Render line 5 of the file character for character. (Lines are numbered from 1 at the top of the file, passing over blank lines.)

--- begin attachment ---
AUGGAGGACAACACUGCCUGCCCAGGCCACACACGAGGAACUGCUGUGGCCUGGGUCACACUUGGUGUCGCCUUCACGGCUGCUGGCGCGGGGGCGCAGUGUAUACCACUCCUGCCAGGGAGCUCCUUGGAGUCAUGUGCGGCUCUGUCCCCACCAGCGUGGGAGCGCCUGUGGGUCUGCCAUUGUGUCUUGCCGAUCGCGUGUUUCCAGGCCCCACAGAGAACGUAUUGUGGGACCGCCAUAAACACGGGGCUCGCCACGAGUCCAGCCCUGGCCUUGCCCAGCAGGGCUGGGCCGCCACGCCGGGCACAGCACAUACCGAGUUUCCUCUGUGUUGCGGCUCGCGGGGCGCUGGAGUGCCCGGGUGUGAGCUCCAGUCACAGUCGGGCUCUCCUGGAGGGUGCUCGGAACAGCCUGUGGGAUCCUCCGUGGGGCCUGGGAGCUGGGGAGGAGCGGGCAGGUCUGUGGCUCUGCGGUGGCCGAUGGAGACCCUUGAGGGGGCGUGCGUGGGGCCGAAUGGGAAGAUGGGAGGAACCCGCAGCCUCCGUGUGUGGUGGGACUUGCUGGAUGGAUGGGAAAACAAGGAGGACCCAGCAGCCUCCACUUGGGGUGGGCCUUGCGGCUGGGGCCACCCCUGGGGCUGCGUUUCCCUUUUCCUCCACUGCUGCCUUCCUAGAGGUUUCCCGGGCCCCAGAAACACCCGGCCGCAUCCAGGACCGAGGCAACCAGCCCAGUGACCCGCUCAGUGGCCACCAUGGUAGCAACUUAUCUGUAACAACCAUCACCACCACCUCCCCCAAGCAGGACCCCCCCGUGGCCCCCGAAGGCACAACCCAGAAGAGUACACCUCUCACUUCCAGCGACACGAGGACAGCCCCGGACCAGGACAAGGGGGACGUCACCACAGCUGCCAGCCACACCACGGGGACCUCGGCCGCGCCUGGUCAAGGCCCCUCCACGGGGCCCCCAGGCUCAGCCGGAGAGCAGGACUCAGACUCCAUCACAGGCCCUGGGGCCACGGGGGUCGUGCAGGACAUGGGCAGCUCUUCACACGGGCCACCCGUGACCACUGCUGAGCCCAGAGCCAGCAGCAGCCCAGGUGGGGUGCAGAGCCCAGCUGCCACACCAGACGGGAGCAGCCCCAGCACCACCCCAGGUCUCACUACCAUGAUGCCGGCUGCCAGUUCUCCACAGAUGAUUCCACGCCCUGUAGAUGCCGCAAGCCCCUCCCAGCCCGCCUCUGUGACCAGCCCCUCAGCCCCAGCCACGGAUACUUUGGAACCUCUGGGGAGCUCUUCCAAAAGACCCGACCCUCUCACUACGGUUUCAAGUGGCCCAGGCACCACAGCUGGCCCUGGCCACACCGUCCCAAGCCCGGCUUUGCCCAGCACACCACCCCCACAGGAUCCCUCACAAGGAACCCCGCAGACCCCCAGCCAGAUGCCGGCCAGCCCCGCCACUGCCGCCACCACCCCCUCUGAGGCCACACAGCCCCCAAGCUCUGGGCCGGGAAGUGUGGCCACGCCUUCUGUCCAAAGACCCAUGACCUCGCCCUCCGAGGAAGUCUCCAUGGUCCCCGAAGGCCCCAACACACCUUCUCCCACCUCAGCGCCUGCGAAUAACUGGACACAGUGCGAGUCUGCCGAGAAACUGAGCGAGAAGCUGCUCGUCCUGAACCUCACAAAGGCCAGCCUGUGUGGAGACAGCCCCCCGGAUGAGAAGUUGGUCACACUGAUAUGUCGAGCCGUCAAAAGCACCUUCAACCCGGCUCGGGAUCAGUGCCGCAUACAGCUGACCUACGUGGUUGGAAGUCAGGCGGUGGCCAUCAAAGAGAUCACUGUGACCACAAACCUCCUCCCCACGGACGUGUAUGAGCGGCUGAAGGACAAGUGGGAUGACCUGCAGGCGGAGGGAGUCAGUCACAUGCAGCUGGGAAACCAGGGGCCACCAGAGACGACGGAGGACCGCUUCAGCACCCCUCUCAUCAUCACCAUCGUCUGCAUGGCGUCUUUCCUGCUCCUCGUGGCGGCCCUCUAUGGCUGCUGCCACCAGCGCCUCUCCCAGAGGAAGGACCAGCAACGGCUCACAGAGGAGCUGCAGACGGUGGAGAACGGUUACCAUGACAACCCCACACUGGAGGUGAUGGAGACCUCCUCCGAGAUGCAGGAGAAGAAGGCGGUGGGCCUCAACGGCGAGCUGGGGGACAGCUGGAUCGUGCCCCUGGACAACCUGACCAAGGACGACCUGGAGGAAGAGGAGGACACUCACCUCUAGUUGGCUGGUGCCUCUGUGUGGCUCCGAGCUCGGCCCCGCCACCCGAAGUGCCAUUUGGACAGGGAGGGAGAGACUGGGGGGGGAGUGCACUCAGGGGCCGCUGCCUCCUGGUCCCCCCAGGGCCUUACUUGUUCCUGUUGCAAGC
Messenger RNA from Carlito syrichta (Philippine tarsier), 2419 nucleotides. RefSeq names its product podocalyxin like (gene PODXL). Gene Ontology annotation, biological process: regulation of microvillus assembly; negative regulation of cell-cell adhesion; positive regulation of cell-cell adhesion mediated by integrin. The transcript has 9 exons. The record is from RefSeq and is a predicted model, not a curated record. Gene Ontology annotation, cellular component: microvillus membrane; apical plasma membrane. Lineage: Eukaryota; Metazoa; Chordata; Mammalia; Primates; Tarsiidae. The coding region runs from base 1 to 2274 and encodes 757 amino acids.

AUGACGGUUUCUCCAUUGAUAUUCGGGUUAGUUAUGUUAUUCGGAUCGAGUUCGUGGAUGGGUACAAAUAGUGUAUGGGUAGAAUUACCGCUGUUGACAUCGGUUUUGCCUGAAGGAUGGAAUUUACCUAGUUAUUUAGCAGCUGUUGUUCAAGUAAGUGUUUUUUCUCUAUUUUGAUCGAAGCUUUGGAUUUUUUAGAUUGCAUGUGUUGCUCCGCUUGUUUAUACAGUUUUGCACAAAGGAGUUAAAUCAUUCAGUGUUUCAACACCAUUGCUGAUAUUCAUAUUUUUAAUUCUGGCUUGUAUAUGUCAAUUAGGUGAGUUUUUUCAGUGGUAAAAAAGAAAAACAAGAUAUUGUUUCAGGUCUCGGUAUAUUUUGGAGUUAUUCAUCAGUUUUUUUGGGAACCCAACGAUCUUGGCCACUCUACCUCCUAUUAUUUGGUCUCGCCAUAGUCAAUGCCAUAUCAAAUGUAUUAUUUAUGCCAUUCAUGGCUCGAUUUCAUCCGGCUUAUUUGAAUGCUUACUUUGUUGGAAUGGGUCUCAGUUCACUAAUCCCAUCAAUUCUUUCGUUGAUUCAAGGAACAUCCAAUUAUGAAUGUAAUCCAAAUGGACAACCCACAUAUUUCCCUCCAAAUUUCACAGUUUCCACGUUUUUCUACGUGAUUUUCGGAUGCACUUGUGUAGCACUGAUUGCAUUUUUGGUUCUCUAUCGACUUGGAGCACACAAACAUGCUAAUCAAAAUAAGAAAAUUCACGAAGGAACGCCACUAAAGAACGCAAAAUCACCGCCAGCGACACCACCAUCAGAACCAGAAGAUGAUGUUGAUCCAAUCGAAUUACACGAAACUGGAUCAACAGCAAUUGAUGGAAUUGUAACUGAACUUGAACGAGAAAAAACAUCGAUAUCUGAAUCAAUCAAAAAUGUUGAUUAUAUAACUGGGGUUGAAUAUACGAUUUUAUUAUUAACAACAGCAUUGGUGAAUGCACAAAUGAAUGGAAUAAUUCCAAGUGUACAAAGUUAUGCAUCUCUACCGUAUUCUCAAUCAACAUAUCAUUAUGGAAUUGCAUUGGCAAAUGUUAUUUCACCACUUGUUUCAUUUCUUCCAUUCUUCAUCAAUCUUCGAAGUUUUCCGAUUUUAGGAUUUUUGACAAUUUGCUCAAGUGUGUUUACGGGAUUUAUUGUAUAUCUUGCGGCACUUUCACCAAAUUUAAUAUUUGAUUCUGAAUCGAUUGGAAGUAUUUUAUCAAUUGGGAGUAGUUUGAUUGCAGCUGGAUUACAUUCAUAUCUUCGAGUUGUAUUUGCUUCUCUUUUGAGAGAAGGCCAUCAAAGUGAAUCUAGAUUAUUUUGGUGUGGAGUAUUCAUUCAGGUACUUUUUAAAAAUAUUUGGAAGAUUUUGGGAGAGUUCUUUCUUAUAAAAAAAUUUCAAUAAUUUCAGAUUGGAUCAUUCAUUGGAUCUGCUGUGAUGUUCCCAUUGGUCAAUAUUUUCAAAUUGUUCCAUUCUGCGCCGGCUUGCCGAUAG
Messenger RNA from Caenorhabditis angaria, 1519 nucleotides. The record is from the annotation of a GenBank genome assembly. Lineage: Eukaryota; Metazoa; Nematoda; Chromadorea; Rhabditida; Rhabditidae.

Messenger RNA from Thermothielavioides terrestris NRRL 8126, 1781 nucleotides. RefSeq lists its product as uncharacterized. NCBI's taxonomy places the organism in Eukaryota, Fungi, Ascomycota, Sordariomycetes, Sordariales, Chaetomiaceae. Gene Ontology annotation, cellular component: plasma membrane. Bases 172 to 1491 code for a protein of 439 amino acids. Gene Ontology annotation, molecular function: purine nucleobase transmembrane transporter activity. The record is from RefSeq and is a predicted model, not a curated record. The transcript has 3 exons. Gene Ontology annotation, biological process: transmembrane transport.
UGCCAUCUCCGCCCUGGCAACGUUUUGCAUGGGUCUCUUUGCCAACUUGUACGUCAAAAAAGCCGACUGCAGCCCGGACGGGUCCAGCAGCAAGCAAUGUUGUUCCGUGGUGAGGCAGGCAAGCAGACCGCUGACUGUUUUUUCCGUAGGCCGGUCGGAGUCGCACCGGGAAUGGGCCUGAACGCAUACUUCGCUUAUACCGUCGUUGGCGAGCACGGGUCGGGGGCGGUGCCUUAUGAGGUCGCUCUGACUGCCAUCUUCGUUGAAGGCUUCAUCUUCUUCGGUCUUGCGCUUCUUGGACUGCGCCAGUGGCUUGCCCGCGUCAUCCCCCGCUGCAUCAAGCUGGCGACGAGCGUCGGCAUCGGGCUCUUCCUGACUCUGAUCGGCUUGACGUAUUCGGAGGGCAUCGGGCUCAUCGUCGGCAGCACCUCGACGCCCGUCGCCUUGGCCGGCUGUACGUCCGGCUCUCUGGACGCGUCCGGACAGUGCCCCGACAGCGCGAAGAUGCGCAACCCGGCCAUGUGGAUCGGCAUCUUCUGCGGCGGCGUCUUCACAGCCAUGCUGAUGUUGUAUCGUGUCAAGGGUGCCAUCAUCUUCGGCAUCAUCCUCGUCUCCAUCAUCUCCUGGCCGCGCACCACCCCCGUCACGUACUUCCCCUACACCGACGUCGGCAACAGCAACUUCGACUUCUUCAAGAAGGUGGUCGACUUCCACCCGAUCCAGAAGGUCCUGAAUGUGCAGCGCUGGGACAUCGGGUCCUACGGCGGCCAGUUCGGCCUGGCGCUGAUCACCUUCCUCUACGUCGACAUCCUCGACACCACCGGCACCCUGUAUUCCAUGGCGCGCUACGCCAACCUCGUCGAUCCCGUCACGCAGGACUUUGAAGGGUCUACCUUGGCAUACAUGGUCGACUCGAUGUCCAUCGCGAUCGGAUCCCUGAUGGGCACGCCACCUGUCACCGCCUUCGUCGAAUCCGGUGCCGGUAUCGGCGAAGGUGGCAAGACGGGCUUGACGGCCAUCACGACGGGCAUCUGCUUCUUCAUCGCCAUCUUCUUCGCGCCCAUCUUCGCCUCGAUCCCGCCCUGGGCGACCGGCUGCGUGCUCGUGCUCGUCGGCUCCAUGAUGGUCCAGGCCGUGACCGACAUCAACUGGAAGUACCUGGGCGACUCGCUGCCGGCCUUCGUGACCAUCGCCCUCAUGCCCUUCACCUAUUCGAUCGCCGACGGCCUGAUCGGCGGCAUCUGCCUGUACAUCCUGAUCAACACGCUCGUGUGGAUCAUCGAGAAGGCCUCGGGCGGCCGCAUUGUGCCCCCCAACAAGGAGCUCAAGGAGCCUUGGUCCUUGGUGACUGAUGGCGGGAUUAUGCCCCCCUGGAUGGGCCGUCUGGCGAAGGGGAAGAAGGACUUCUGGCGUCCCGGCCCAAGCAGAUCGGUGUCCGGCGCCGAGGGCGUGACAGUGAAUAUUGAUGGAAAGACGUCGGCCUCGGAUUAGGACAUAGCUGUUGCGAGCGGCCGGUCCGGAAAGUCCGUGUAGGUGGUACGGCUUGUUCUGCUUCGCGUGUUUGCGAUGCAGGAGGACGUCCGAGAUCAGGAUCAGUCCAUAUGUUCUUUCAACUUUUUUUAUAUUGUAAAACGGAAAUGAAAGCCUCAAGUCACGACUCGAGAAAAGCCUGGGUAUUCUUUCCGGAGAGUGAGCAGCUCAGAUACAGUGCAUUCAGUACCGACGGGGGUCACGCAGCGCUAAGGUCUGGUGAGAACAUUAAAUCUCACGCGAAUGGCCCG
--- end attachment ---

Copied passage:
Messenger RNA from Thermothielavioides terrestris NRRL 8126, 1781 nucleotides. RefSeq lists its product as uncharacterized. NCBI's taxonomy places the organism in Eukaryota, Fungi, Ascomycota, Sordariomycetes, Sordariales, Chaetomiaceae. Gene Ontology annotation, cellular component: plasma membrane. Bases 172 to 1491 code for a protein of 439 amino acids. Gene Ontology annotation, molecular function: purine nucleobase transmembrane transporter activity. The record is from RefSeq and is a predicted model, not a curated record. The transcript has 3 exons. Gene Ontology annotation, biological process: transmembrane transport.